Predictors of Readmission following Outpatient Urological Surgery

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The Patient Protection and Affordable Care Act increases oversight of surgical outcomes and ties hospital readmissions to Medicare reimbursement. Given the increasing volume of outpatient urological procedures, to our knowledge this study provides the first multi-institutional multivariate analysis of patient factors that contribute to readmission.

Materials and Methods:

Using the 2011 National Surgical Quality Improvement Program database we identified 7,795 patients. Multiple logistic regression was used to predict 30-day unplanned hospital readmissions controlling for demographics, clinical characteristics and comorbidities. Readmission rates of the 5 most common procedures were calculated along with the rate of postoperative complications associated with readmission.


Outpatient urological surgery had an overall 3.7% readmission rate. The 5 most common procedures were cystourethroscopy and resection of bladder tumor (readmission rate 4.97%), laser prostatectomy (4.27%), transurethral resection of prostate (4.24%), hydrocele excision (1.92%) and sling surgery for urinary incontinence (0.85%). The most common comorbidities in readmitted patients were hypertension, diabetes and smoking. Risk adjusted multiple regression indicated that cancer history (OR 3.48), bleeding disorder (OR 2.03), male gender (OR 1.38), ASA® level 3 or 4 (OR 1.34) and age (OR 1.01) were significant predictors of readmission. Readmitted patients also had a higher 30-day complication rate.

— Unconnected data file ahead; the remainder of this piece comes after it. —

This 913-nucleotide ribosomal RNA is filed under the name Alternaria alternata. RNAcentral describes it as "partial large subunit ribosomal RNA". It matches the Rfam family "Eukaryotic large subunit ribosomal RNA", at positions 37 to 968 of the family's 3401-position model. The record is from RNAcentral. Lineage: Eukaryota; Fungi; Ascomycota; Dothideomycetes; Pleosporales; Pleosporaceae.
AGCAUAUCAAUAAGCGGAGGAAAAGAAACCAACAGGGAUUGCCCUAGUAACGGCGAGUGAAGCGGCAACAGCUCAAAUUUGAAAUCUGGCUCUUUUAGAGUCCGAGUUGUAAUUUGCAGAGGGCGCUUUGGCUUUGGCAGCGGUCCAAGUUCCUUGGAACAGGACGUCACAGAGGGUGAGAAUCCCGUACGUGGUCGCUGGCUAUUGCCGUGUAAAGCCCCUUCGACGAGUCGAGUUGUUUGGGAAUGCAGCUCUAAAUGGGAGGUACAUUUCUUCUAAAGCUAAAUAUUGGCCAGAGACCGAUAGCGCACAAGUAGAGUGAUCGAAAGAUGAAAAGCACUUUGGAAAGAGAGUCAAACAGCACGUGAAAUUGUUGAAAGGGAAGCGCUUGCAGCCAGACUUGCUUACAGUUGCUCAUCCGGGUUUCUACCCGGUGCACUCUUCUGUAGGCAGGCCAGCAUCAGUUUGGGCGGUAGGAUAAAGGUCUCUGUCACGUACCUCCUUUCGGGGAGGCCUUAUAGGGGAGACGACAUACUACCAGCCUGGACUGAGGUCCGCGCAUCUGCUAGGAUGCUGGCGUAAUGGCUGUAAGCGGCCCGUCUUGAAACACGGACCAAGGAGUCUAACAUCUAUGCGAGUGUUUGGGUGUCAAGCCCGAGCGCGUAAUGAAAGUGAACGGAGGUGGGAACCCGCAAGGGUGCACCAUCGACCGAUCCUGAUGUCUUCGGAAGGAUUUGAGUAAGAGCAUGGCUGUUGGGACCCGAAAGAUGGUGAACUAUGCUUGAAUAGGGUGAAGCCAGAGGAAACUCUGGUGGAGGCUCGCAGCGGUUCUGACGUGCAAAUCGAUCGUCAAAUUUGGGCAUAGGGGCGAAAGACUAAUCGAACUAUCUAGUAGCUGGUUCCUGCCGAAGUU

Readmission after outpatient urological surgery occurs at a rate of 3.7%. A history of cancer, bleeding disorder, male gender, ASA level 3 or 4 and age were associated with readmission along with greater rates of medical and surgical complications. Our results may help guide risk reduction initiatives and prevent costly readmissions.

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